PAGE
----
And my intention since, since how was being taken off stage was like, okay, let’s, let’s not do a hell Jordan type character. Let’s go in the other direction. So, how was obviously. Sort of classic lantern, jawed, no pun intended hero. You know, he’s a fearless test pilot. He’s a, he’s a hero before he ever gets the, gets the green lantern ring.

So my intention was to go in the opposite direction and do an every man type of character where you could see yourself in that role. You could put yourself in the character shoes very much. Kind of a cut from that Spider-Man archetype where the hero was just a guy, the heroes in, in that sense, the heroes nobody’s special.

The hero is, is, has to grow into the role. And I think stories of heroes becoming heroes rather than already being heroes are, are [00:33:00] more interesting to me though. They’re more interesting to me as both a writer and a reader.

Andy Lanning: Joking about what my favorite car sorta is, but what I found was really interesting, I was, it was, Kyle was my green lantern for the the, the, the, the time that I started writing for DC. Cause, cause, and do you remember Ron? I am and Williams and I filled in on the issue of Greenland as well. And I think I worked with Mike McKown on a call.

Sorry. You’ve done as well. It was like, I hadn’t read much Greenlands and prior to working in industry and working for DC, and then you get the comps coming through. So, so not only was, you know, Carlin’s own book. He was in the JLA as well at that time and everything like that. So he was it almost like, cause I’m the same as you with Nova Nova was my entry hero, the hero.

I discovered. Cause I think I came here on issue two of them. It’s

Ron Marz: funny cause I did too. Cause I didn’t get issue one. I don’t think I’ve actually ever had issue. One of Nova [00:34:00]

Andy Lanning: with the condo is,

Ron Marz: oh my God, this just got so nerdy. I can’t even try it

Melissa: started out with the same issue,

Andy Lanning: but the thing is it’s that thing of discovery.

A comic earlier, early enough, it’s like discovering a band before they get famous, or, you know, I that’s my entry level comic. And therefore I know I’ve, I’ve read all of the stories with that character because, and it was the same with Kyle as a green lens. I was aware of green arrow, green lens in the classic new items.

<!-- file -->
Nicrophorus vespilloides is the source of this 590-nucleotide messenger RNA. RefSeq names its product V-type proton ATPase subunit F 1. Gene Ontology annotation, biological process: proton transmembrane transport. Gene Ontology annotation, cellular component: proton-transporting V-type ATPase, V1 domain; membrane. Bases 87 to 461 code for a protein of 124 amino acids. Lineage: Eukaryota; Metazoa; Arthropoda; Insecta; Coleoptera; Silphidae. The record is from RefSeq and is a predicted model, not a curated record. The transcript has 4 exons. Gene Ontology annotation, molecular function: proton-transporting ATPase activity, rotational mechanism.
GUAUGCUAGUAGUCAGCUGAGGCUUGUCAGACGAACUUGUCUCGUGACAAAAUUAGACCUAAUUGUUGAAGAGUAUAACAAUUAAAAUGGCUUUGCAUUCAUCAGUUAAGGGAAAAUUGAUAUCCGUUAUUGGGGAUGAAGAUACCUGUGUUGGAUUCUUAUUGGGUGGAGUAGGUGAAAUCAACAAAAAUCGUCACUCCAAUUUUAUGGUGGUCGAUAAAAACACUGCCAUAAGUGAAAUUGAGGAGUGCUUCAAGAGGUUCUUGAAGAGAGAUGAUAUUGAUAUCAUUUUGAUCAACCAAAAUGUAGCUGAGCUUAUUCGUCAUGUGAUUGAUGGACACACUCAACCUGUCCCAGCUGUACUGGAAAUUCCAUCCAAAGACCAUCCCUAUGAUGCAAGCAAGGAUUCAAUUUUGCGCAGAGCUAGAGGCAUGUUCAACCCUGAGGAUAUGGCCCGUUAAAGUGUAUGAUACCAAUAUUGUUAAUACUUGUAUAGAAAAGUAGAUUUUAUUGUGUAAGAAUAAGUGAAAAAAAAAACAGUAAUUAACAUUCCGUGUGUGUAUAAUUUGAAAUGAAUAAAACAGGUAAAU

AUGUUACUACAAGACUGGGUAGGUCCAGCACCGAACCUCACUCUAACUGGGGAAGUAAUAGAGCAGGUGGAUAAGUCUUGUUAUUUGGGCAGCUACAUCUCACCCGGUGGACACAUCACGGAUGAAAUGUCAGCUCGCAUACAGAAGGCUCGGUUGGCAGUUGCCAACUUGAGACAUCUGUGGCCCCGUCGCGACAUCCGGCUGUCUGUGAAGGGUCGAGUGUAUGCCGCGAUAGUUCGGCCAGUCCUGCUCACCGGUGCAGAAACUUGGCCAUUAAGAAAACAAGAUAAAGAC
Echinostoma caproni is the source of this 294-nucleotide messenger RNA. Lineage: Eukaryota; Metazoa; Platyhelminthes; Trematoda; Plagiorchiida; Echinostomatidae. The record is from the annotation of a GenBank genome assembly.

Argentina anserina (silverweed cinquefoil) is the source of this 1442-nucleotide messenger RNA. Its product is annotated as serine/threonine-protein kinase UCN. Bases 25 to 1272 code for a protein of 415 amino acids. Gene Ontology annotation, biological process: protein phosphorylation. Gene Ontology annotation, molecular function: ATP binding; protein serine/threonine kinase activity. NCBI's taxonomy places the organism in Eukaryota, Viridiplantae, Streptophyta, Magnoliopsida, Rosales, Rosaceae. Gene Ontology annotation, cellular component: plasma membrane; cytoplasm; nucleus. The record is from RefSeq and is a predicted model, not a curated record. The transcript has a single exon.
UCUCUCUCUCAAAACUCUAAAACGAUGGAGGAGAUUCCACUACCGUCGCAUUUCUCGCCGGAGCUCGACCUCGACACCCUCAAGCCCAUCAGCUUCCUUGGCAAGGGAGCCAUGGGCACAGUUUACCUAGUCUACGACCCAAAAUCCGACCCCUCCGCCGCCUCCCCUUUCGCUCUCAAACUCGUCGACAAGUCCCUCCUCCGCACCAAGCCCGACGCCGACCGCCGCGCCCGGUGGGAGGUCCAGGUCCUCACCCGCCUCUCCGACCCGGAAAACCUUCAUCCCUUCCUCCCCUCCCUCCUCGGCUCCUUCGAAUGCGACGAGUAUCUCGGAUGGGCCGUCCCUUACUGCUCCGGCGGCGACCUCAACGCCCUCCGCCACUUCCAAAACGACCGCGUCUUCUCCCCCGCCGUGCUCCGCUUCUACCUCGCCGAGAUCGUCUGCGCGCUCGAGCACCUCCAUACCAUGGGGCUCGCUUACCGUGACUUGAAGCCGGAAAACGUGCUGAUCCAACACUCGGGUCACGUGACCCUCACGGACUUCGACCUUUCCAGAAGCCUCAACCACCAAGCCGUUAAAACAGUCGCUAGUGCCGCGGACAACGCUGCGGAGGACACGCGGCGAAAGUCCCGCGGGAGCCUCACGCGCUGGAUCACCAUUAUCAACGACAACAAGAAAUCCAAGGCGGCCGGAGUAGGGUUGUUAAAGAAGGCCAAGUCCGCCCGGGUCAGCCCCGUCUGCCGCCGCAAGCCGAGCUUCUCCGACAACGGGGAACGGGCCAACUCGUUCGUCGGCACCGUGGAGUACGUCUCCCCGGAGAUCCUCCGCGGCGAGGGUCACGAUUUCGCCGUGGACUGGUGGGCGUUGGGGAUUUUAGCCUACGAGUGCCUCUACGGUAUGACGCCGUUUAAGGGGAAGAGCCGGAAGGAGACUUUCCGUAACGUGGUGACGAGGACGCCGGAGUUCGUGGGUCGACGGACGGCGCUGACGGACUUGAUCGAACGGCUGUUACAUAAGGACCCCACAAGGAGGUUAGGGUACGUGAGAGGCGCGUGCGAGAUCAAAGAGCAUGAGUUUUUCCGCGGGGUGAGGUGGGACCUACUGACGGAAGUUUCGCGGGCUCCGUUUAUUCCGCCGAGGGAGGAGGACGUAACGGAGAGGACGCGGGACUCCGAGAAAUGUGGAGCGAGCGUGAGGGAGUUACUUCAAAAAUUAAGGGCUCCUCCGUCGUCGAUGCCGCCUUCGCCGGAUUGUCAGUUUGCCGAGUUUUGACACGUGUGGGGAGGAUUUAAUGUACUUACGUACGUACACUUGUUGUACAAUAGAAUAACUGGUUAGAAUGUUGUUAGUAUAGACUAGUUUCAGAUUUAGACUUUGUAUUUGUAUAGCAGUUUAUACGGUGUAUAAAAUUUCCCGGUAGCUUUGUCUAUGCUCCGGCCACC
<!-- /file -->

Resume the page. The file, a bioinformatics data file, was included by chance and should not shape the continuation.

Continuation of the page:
Read them. I was aware of them and I’d seen them reprinted and things like that. But Kyle I’d followed his story. I have seen him followed, followed, followed his, his development over the course of Ron Allen. Allen. Did you write him for what? Five years? Seven years.

Yeah, that’s a lot of comics in it. It’s a lot of page.

Ron Marz: It was the days of the long run being, not that unusual. And obviously now it’s, [00:35:00] it’s much more of a rare occurrence.

Melissa: Yeah. Yeah. The term that, I guess, turnover, I don’t know if that’s the right word, but it does seem to be shorter runs than it used to be. Yeah.

Andy Lanning: I think, I think these, these days. You know, it’s good.

If you can get a two to three year run on a comic, I think you’d be really happy. Cause you can get you, you can actually tell a decent arc of stories if you, if you, you know, and in some aspects it’s like, if you, if you’ve just got a year, you’re just about finding your feet with a character and then and then you’re out again.

I guess that’s the life of a freelancer.

Melissa: So, you know, aside from, you know, resolution, you’ve also, have you mentioned you have almost American. And then Andy, do you have anything else that you’re working on besides this one?

Andy Lanning: Yeah. Well, some other things we’ve run when we, I don’t think we’re at Liberty to announce yet, but we’ve been.

Beavering away, you know, we can [00:36:00] point back to the endless winter. Cause I think there’s the collection of that coming out very soon. Isn’t there, which that was great. I think November, cause

Ron Marz: you want to put your, you want to put your, you know, your winter story, you don’t wanna put your winter storyline out in the middle of summer.

So,

Andy Lanning: I, yeah, so, that was great fun. And like I say, we run a little bit, we’ve got a few. Other things with some other publishers that we’ll, we’ll come back and enjoy awfully pimp and that when we’re allowed.

Melissa: Yeah, I would absolutely love for you both to come back. It’s been really fun. Yeah, you guys are hilarious, actually.

Very

Andy Lanning: entertaining. Yes, please

Melissa: do not.

Andy Lanning: It was thought, but it’s slowly filling with beer. It’s

Melissa: a race against

Andy Lanning: time. Raise the games

Melissa: time. Great. Well, you’re going to have to match him then. I mean, I have to be in the ball. Awesome. Well [00:37:00] again, thank you both for coming on. Yeah, it’s been, it’s been awesome.

And yeah, everyone just keep your, your eyes out for a resolution when it sometime around March, he said, and you’re both on Twitter so people can follow you on there as well.

Ron Marz: We are on Twitter. That’s where to

Melissa: find us.